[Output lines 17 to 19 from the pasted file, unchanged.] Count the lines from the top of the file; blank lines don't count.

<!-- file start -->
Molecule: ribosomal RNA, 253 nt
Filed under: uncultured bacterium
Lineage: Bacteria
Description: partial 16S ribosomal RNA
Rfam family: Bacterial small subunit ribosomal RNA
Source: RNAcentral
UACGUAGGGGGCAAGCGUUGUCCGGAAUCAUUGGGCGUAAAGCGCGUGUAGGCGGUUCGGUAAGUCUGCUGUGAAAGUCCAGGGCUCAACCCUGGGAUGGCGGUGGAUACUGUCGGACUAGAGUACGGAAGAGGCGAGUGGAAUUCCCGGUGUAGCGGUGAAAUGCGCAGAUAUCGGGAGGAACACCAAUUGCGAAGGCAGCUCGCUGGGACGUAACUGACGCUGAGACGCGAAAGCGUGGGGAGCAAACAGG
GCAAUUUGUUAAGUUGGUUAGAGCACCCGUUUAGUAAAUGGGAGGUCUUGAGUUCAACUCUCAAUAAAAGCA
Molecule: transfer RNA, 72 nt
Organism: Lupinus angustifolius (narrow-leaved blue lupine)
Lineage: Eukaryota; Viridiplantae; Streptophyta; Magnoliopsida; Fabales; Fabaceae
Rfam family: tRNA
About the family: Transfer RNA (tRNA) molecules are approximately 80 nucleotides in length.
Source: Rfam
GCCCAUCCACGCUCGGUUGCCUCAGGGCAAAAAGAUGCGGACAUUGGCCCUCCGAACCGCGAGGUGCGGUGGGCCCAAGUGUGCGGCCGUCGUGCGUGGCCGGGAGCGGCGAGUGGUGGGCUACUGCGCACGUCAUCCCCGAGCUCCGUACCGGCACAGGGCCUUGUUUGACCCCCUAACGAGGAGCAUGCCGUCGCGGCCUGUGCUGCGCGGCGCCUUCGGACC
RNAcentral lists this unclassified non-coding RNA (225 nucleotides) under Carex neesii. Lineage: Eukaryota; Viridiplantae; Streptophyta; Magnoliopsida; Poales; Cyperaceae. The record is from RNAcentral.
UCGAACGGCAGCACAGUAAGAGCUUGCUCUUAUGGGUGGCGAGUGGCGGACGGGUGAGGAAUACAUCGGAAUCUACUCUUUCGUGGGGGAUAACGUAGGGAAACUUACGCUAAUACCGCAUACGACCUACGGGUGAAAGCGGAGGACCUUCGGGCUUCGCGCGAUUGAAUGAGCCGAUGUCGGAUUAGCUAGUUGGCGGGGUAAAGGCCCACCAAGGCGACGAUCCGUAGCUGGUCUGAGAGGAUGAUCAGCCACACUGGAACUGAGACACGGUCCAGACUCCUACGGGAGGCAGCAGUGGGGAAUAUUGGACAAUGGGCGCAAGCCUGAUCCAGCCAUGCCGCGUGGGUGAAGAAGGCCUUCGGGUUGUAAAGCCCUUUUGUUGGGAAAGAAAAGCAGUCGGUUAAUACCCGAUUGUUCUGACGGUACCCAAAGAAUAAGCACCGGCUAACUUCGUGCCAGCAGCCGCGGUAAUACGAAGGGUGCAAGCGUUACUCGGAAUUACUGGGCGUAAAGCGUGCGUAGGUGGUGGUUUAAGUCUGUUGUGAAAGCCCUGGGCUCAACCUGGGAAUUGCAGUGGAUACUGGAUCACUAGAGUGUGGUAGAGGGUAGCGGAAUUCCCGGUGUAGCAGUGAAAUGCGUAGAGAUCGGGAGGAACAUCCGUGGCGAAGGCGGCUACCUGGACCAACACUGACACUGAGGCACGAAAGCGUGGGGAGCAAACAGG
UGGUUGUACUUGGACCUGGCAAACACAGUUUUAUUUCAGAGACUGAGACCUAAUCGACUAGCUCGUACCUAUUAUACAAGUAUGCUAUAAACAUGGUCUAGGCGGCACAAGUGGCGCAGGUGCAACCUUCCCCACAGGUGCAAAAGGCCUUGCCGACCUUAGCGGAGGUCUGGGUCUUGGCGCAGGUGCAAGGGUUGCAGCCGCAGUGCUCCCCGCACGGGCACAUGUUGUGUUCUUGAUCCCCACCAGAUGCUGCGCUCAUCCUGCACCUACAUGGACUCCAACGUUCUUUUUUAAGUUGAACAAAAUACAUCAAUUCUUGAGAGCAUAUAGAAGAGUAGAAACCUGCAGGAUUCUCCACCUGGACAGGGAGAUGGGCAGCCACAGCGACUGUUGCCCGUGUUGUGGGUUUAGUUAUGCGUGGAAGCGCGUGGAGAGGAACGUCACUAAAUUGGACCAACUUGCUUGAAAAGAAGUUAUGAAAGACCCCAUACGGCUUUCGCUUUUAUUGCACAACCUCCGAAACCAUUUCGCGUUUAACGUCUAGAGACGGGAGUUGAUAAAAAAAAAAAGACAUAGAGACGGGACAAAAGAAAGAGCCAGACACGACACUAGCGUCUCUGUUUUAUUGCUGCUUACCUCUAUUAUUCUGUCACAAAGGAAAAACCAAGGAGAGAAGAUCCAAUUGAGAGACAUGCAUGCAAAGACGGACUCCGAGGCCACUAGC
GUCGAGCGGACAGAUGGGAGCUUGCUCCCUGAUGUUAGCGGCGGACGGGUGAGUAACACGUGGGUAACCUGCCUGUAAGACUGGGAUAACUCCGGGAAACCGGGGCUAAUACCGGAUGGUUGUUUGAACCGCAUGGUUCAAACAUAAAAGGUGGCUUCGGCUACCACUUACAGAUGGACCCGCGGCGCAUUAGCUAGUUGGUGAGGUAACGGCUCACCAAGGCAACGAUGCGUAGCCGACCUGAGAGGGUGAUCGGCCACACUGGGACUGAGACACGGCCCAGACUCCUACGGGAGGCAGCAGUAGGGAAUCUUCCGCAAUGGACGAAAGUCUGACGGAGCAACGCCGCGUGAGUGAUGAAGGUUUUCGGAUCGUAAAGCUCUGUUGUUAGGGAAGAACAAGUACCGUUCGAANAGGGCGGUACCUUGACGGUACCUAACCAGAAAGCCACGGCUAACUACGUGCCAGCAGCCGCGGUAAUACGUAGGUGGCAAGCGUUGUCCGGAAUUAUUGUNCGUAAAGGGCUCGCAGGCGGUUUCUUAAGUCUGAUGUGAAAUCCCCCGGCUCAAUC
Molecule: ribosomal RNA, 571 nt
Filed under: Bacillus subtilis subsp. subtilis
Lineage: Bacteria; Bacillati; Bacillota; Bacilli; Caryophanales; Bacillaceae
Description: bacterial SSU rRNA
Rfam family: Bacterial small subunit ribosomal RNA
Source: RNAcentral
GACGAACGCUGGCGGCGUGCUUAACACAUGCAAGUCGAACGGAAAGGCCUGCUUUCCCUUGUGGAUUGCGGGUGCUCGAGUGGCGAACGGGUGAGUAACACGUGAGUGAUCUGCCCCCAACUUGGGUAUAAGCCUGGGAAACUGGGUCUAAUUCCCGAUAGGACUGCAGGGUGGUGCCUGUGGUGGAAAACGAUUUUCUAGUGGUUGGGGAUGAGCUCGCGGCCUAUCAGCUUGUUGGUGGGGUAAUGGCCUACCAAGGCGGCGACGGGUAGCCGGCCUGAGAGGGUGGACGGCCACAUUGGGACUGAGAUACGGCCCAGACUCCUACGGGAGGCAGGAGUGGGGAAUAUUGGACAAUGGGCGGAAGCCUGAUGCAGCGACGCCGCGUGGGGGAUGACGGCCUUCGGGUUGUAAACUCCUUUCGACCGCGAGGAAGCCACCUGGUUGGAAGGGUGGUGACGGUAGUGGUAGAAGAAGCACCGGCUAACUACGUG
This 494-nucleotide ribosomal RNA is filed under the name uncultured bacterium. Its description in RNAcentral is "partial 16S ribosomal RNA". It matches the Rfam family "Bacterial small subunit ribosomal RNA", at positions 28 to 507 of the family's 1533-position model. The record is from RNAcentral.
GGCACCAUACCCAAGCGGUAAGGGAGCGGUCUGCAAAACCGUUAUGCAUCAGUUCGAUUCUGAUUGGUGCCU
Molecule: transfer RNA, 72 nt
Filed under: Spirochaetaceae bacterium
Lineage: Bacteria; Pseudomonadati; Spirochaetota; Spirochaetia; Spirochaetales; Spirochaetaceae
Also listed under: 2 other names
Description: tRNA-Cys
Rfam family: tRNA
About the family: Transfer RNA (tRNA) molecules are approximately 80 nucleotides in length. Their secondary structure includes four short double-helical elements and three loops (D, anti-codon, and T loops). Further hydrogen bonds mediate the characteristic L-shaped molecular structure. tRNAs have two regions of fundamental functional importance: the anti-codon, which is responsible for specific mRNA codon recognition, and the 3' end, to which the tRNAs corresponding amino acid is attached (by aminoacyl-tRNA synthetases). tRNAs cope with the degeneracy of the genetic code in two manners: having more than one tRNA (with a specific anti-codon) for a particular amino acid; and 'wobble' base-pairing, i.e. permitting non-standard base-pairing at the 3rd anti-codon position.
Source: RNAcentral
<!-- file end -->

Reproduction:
UCGAACGGCAGCACAGUAAGAGCUUGCUCUUAUGGGUGGCGAGUGGCGGACGGGUGAGGAAUACAUCGGAAUCUACUCUUUCGUGGGGGAUAACGUAGGGAAACUUACGCUAAUACCGCAUACGACCUACGGGUGAAAGCGGAGGACCUUCGGGCUUCGCGCGAUUGAAUGAGCCGAUGUCGGAUUAGCUAGUUGGCGGGGUAAAGGCCCACCAAGGCGACGAUCCGUAGCUGGUCUGAGAGGAUGAUCAGCCACACUGGAACUGAGACACGGUCCAGACUCCUACGGGAGGCAGCAGUGGGGAAUAUUGGACAAUGGGCGCAAGCCUGAUCCAGCCAUGCCGCGUGGGUGAAGAAGGCCUUCGGGUUGUAAAGCCCUUUUGUUGGGAAAGAAAAGCAGUCGGUUAAUACCCGAUUGUUCUGACGGUACCCAAAGAAUAAGCACCGGCUAACUUCGUGCCAGCAGCCGCGGUAAUACGAAGGGUGCAAGCGUUACUCGGAAUUACUGGGCGUAAAGCGUGCGUAGGUGGUGGUUUAAGUCUGUUGUGAAAGCCCUGGGCUCAACCUGGGAAUUGCAGUGGAUACUGGAUCACUAGAGUGUGGUAGAGGGUAGCGGAAUUCCCGGUGUAGCAGUGAAAUGCGUAGAGAUCGGGAGGAACAUCCGUGGCGAAGGCGGCUACCUGGACCAACACUGACACUGAGGCACGAAAGCGUGGGGAGCAAACAGG
UGGUUGUACUUGGACCUGGCAAACACAGUUUUAUUUCAGAGACUGAGACCUAAUCGACUAGCUCGUACCUAUUAUACAAGUAUGCUAUAAACAUGGUCUAGGCGGCACAAGUGGCGCAGGUGCAACCUUCCCCACAGGUGCAAAAGGCCUUGCCGACCUUAGCGGAGGUCUGGGUCUUGGCGCAGGUGCAAGGGUUGCAGCCGCAGUGCUCCCCGCACGGGCACAUGUUGUGUUCUUGAUCCCCACCAGAUGCUGCGCUCAUCCUGCACCUACAUGGACUCCAACGUUCUUUUUUAAGUUGAACAAAAUACAUCAAUUCUUGAGAGCAUAUAGAAGAGUAGAAACCUGCAGGAUUCUCCACCUGGACAGGGAGAUGGGCAGCCACAGCGACUGUUGCCCGUGUUGUGGGUUUAGUUAUGCGUGGAAGCGCGUGGAGAGGAACGUCACUAAAUUGGACCAACUUGCUUGAAAAGAAGUUAUGAAAGACCCCAUACGGCUUUCGCUUUUAUUGCACAACCUCCGAAACCAUUUCGCGUUUAACGUCUAGAGACGGGAGUUGAUAAAAAAAAAAAGACAUAGAGACGGGACAAAAGAAAGAGCCAGACACGACACUAGCGUCUCUGUUUUAUUGCUGCUUACCUCUAUUAUUCUGUCACAAAGGAAAAACCAAGGAGAGAAGAUCCAAUUGAGAGACAUGCAUGCAAAGACGGACUCCGAGGCCACUAGC
GUCGAGCGGACAGAUGGGAGCUUGCUCCCUGAUGUUAGCGGCGGACGGGUGAGUAACACGUGGGUAACCUGCCUGUAAGACUGGGAUAACUCCGGGAAACCGGGGCUAAUACCGGAUGGUUGUUUGAACCGCAUGGUUCAAACAUAAAAGGUGGCUUCGGCUACCACUUACAGAUGGACCCGCGGCGCAUUAGCUAGUUGGUGAGGUAACGGCUCACCAAGGCAACGAUGCGUAGCCGACCUGAGAGGGUGAUCGGCCACACUGGGACUGAGACACGGCCCAGACUCCUACGGGAGGCAGCAGUAGGGAAUCUUCCGCAAUGGACGAAAGUCUGACGGAGCAACGCCGCGUGAGUGAUGAAGGUUUUCGGAUCGUAAAGCUCUGUUGUUAGGGAAGAACAAGUACCGUUCGAANAGGGCGGUACCUUGACGGUACCUAACCAGAAAGCCACGGCUAACUACGUGCCAGCAGCCGCGGUAAUACGUAGGUGGCAAGCGUUGUCCGGAAUUAUUGUNCGUAAAGGGCUCGCAGGCGGUUUCUUAAGUCUGAUGUGAAAUCCCCCGGCUCAAUC